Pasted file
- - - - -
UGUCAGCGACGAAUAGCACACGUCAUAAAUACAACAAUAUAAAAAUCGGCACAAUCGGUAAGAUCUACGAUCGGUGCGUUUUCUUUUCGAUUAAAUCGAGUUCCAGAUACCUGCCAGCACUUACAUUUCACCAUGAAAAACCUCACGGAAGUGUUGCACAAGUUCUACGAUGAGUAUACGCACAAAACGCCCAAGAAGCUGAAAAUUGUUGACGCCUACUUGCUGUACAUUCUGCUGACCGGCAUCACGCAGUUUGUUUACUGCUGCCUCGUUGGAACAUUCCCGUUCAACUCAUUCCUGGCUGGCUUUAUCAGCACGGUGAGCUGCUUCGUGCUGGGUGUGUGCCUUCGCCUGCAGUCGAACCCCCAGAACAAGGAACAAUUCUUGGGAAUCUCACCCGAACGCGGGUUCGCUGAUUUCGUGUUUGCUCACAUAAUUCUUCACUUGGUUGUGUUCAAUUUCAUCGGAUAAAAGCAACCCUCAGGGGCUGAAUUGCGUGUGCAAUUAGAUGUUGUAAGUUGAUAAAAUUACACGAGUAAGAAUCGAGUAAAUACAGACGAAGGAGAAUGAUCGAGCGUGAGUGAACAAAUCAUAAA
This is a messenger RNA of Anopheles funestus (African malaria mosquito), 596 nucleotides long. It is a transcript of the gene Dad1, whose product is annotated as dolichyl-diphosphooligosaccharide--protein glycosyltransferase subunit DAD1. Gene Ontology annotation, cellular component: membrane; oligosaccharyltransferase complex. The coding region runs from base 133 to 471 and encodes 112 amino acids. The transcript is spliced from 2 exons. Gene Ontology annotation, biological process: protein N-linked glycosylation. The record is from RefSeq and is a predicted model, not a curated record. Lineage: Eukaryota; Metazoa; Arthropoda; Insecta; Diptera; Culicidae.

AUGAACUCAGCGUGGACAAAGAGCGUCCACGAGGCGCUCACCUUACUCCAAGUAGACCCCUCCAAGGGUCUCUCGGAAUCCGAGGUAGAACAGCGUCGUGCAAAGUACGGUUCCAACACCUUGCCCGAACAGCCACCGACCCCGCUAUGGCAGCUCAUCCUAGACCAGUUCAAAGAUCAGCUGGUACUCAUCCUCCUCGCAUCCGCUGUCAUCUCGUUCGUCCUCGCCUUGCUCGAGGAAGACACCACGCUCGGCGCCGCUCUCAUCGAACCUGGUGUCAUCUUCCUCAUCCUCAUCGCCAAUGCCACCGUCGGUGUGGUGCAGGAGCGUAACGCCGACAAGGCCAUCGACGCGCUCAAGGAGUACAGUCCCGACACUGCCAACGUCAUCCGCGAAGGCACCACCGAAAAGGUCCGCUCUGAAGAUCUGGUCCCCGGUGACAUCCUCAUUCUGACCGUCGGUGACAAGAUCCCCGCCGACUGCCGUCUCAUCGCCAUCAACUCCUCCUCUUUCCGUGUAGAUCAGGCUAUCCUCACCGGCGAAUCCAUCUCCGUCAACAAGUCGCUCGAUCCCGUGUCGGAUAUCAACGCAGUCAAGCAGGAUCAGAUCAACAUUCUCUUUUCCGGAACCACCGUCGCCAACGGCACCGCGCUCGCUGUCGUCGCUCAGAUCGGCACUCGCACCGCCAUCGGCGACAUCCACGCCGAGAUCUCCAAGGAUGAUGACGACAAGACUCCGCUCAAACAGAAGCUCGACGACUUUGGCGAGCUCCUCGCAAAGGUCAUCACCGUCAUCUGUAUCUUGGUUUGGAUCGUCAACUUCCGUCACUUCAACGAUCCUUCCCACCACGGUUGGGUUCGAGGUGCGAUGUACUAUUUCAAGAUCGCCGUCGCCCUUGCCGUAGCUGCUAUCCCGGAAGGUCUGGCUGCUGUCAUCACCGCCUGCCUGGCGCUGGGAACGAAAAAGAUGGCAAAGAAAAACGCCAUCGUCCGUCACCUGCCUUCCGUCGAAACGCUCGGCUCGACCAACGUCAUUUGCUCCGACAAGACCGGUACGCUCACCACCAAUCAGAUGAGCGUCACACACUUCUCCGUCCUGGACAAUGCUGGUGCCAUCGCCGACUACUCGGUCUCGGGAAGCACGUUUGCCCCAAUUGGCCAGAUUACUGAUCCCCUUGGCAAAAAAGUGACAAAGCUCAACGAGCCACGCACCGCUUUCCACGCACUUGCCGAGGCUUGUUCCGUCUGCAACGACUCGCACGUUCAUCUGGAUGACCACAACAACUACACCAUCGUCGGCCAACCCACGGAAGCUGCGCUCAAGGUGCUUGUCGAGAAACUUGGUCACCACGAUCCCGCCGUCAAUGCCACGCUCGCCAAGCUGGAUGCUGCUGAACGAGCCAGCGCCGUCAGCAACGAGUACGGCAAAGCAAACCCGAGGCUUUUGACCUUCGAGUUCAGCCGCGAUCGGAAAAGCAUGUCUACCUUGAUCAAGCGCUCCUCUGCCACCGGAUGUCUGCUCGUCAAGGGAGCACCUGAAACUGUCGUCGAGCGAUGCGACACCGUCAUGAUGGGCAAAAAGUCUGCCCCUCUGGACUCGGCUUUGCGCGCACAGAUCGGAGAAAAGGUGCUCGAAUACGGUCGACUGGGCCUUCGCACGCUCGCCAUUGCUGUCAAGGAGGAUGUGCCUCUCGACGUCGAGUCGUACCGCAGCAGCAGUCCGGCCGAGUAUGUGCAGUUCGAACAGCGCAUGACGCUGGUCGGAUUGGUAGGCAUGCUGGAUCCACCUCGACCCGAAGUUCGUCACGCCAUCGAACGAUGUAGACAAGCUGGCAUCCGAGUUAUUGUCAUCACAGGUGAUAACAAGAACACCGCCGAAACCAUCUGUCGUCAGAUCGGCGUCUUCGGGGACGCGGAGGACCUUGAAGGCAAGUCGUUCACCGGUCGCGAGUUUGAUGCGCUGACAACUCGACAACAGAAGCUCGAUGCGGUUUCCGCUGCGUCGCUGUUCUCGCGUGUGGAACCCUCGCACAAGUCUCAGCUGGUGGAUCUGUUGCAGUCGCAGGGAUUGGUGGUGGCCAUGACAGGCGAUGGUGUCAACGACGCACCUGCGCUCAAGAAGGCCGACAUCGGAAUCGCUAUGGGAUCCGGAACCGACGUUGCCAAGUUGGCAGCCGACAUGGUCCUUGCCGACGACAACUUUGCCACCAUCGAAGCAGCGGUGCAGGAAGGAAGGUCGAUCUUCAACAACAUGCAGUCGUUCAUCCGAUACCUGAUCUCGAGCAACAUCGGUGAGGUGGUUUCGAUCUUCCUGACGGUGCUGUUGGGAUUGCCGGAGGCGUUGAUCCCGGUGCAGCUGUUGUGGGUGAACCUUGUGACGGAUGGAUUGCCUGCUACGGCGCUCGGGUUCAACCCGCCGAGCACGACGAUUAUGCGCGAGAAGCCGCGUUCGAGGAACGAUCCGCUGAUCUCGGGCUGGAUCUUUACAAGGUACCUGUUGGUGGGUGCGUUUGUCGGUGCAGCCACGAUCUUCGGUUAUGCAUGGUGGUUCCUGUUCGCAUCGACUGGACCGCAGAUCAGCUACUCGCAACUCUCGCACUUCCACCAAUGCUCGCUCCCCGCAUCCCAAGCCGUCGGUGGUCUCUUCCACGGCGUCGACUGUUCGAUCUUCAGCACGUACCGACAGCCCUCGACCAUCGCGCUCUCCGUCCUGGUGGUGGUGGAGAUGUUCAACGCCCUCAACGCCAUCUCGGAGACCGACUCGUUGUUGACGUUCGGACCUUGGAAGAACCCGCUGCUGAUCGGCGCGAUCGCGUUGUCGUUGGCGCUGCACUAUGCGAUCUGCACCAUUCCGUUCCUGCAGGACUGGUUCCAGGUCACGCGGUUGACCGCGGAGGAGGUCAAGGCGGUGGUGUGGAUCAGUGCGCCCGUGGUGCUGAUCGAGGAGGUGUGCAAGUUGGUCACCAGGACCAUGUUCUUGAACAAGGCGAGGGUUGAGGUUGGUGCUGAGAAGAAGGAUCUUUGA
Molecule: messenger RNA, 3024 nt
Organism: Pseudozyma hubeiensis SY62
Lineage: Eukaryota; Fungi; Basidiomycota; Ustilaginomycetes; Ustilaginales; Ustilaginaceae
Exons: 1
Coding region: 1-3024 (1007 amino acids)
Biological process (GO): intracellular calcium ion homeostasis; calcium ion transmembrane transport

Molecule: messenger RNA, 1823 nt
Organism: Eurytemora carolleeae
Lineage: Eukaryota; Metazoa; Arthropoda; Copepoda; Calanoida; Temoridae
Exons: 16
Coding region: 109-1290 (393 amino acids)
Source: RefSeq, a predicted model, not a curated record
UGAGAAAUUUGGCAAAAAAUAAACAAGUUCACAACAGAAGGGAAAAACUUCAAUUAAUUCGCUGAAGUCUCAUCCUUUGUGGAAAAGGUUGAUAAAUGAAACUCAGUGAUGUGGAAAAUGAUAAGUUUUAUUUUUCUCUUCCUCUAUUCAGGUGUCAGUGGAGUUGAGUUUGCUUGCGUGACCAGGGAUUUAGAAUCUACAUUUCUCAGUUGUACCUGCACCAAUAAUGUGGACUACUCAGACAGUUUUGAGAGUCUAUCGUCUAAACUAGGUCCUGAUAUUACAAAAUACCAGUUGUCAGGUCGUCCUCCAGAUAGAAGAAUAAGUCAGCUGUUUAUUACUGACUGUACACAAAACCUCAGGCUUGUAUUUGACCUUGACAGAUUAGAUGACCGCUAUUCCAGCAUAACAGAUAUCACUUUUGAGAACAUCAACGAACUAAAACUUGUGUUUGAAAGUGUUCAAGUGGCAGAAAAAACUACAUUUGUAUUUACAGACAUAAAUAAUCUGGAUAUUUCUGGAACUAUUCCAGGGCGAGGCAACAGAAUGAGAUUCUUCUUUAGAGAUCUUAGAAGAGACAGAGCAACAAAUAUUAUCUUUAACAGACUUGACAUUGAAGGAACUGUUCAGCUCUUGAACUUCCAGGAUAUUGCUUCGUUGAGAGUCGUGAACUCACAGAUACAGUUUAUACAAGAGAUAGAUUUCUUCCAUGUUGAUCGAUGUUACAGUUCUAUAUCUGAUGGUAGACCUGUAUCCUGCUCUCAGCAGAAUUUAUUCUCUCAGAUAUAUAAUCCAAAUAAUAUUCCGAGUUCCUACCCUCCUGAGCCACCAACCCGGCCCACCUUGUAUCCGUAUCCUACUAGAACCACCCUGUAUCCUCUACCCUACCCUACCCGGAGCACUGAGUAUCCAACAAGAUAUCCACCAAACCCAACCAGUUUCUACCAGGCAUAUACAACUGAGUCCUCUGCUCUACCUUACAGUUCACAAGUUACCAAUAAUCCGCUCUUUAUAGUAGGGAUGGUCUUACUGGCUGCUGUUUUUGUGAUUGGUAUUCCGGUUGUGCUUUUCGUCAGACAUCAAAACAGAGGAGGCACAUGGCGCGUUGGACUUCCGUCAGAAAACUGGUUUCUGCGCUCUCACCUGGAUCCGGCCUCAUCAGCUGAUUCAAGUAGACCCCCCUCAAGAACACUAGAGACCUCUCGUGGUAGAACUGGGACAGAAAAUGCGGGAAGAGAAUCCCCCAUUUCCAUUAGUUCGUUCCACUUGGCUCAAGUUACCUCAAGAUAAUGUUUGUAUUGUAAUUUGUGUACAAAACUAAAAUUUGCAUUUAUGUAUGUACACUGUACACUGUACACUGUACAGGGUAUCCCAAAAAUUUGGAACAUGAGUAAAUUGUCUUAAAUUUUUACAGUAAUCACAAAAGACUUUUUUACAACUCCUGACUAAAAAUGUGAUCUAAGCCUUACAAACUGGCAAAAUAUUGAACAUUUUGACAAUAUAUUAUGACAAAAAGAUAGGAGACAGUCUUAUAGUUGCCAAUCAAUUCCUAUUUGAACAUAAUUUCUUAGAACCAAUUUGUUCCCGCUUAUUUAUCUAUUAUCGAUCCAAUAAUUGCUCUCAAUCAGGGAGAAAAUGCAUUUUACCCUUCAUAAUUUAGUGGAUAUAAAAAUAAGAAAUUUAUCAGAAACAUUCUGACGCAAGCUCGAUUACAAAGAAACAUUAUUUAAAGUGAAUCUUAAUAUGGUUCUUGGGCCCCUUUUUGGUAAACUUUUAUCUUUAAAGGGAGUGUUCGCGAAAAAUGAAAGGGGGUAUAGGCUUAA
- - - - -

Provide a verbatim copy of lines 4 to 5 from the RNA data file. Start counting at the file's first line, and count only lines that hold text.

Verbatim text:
Molecule: messenger RNA, 3024 nt
Organism: Pseudozyma hubeiensis SY62